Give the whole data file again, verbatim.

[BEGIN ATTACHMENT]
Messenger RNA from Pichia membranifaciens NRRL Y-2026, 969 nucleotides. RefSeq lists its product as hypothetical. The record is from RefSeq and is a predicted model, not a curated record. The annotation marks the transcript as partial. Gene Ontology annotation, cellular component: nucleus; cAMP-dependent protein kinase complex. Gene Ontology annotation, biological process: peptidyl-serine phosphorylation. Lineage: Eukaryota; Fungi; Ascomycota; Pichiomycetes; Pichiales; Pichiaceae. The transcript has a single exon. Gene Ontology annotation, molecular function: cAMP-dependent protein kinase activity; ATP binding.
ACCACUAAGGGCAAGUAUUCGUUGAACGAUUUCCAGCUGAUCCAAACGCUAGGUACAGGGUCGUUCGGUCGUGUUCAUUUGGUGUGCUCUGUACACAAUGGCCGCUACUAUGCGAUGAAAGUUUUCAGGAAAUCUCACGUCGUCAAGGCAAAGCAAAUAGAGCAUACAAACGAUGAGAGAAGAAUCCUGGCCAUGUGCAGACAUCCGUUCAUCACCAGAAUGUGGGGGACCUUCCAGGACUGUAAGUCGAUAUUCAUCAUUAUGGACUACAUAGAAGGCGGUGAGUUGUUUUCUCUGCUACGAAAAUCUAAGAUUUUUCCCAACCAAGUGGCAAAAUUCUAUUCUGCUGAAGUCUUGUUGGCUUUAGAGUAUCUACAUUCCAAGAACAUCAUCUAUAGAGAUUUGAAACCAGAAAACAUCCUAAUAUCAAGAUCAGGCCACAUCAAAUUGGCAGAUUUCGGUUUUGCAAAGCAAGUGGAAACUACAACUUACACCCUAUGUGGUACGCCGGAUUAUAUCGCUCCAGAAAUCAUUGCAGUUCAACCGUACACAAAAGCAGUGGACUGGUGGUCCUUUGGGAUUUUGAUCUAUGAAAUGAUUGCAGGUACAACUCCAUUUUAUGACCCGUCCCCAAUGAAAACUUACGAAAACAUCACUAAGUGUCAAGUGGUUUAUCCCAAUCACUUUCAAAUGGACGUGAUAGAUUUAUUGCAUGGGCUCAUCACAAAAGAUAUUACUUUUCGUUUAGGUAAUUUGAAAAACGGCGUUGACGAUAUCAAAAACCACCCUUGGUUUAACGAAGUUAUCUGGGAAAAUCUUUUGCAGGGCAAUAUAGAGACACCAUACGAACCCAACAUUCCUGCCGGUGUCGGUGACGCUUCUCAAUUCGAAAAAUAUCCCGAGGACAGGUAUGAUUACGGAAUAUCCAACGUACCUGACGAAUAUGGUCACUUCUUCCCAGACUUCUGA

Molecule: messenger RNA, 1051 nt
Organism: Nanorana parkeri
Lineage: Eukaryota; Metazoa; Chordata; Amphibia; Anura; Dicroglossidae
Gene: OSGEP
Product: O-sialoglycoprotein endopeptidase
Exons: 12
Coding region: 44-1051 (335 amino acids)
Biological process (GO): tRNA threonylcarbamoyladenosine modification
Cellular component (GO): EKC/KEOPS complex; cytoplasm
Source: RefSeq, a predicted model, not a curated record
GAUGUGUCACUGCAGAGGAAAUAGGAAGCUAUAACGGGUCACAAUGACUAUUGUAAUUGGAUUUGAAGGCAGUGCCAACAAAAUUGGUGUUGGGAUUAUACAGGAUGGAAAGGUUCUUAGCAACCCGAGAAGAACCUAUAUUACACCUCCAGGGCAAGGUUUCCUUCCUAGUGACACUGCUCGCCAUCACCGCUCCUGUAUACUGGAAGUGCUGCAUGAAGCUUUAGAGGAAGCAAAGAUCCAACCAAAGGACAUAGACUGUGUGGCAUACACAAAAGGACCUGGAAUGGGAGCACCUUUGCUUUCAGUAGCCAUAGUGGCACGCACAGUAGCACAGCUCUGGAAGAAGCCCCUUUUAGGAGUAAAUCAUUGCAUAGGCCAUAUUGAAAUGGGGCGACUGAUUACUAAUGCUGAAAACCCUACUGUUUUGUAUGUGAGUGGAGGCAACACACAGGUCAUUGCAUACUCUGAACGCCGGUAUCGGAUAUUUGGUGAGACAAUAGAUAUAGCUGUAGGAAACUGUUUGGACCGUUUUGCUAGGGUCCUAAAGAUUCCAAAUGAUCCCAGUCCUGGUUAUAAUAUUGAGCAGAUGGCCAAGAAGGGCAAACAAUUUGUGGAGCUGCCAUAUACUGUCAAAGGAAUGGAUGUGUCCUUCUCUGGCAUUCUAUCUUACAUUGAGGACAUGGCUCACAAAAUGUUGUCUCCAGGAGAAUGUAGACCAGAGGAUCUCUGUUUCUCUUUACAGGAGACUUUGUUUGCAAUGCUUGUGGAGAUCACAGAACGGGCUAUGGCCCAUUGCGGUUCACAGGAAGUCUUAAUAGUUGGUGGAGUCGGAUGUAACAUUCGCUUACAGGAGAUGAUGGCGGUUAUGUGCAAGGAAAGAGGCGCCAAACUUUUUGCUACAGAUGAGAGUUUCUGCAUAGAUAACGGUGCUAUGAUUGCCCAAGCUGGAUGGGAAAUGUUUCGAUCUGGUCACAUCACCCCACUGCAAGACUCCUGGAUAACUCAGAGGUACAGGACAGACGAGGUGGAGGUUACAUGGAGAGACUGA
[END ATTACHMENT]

Messenger RNA from Pichia membranifaciens NRRL Y-2026, 969 nucleotides. RefSeq lists its product as hypothetical. The record is from RefSeq and is a predicted model, not a curated record. The annotation marks the transcript as partial. Gene Ontology annotation, cellular component: nucleus; cAMP-dependent protein kinase complex. Gene Ontology annotation, biological process: peptidyl-serine phosphorylation. Lineage: Eukaryota; Fungi; Ascomycota; Pichiomycetes; Pichiales; Pichiaceae. The transcript has a single exon. Gene Ontology annotation, molecular function: cAMP-dependent protein kinase activity; ATP binding.
ACCACUAAGGGCAAGUAUUCGUUGAACGAUUUCCAGCUGAUCCAAACGCUAGGUACAGGGUCGUUCGGUCGUGUUCAUUUGGUGUGCUCUGUACACAAUGGCCGCUACUAUGCGAUGAAAGUUUUCAGGAAAUCUCACGUCGUCAAGGCAAAGCAAAUAGAGCAUACAAACGAUGAGAGAAGAAUCCUGGCCAUGUGCAGACAUCCGUUCAUCACCAGAAUGUGGGGGACCUUCCAGGACUGUAAGUCGAUAUUCAUCAUUAUGGACUACAUAGAAGGCGGUGAGUUGUUUUCUCUGCUACGAAAAUCUAAGAUUUUUCCCAACCAAGUGGCAAAAUUCUAUUCUGCUGAAGUCUUGUUGGCUUUAGAGUAUCUACAUUCCAAGAACAUCAUCUAUAGAGAUUUGAAACCAGAAAACAUCCUAAUAUCAAGAUCAGGCCACAUCAAAUUGGCAGAUUUCGGUUUUGCAAAGCAAGUGGAAACUACAACUUACACCCUAUGUGGUACGCCGGAUUAUAUCGCUCCAGAAAUCAUUGCAGUUCAACCGUACACAAAAGCAGUGGACUGGUGGUCCUUUGGGAUUUUGAUCUAUGAAAUGAUUGCAGGUACAACUCCAUUUUAUGACCCGUCCCCAAUGAAAACUUACGAAAACAUCACUAAGUGUCAAGUGGUUUAUCCCAAUCACUUUCAAAUGGACGUGAUAGAUUUAUUGCAUGGGCUCAUCACAAAAGAUAUUACUUUUCGUUUAGGUAAUUUGAAAAACGGCGUUGACGAUAUCAAAAACCACCCUUGGUUUAACGAAGUUAUCUGGGAAAAUCUUUUGCAGGGCAAUAUAGAGACACCAUACGAACCCAACAUUCCUGCCGGUGUCGGUGACGCUUCUCAAUUCGAAAAAUAUCCCGAGGACAGGUAUGAUUACGGAAUAUCCAACGUACCUGACGAAUAUGGUCACUUCUUCCCAGACUUCUGA

Molecule: messenger RNA, 1051 nt
Organism: Nanorana parkeri
Lineage: Eukaryota; Metazoa; Chordata; Amphibia; Anura; Dicroglossidae
Gene: OSGEP
Product: O-sialoglycoprotein endopeptidase
Exons: 12
Coding region: 44-1051 (335 amino acids)
Biological process (GO): tRNA threonylcarbamoyladenosine modification
Cellular component (GO): EKC/KEOPS complex; cytoplasm
Source: RefSeq, a predicted model, not a curated record
GAUGUGUCACUGCAGAGGAAAUAGGAAGCUAUAACGGGUCACAAUGACUAUUGUAAUUGGAUUUGAAGGCAGUGCCAACAAAAUUGGUGUUGGGAUUAUACAGGAUGGAAAGGUUCUUAGCAACCCGAGAAGAACCUAUAUUACACCUCCAGGGCAAGGUUUCCUUCCUAGUGACACUGCUCGCCAUCACCGCUCCUGUAUACUGGAAGUGCUGCAUGAAGCUUUAGAGGAAGCAAAGAUCCAACCAAAGGACAUAGACUGUGUGGCAUACACAAAAGGACCUGGAAUGGGAGCACCUUUGCUUUCAGUAGCCAUAGUGGCACGCACAGUAGCACAGCUCUGGAAGAAGCCCCUUUUAGGAGUAAAUCAUUGCAUAGGCCAUAUUGAAAUGGGGCGACUGAUUACUAAUGCUGAAAACCCUACUGUUUUGUAUGUGAGUGGAGGCAACACACAGGUCAUUGCAUACUCUGAACGCCGGUAUCGGAUAUUUGGUGAGACAAUAGAUAUAGCUGUAGGAAACUGUUUGGACCGUUUUGCUAGGGUCCUAAAGAUUCCAAAUGAUCCCAGUCCUGGUUAUAAUAUUGAGCAGAUGGCCAAGAAGGGCAAACAAUUUGUGGAGCUGCCAUAUACUGUCAAAGGAAUGGAUGUGUCCUUCUCUGGCAUUCUAUCUUACAUUGAGGACAUGGCUCACAAAAUGUUGUCUCCAGGAGAAUGUAGACCAGAGGAUCUCUGUUUCUCUUUACAGGAGACUUUGUUUGCAAUGCUUGUGGAGAUCACAGAACGGGCUAUGGCCCAUUGCGGUUCACAGGAAGUCUUAAUAGUUGGUGGAGUCGGAUGUAACAUUCGCUUACAGGAGAUGAUGGCGGUUAUGUGCAAGGAAAGAGGCGCCAAACUUUUUGCUACAGAUGAGAGUUUCUGCAUAGAUAACGGUGCUAUGAUUGCCCAAGCUGGAUGGGAAAUGUUUCGAUCUGGUCACAUCACCCCACUGCAAGACUCCUGGAUAACUCAGAGGUACAGGACAGACGAGGUGGAGGUUACAUGGAGAGACUGA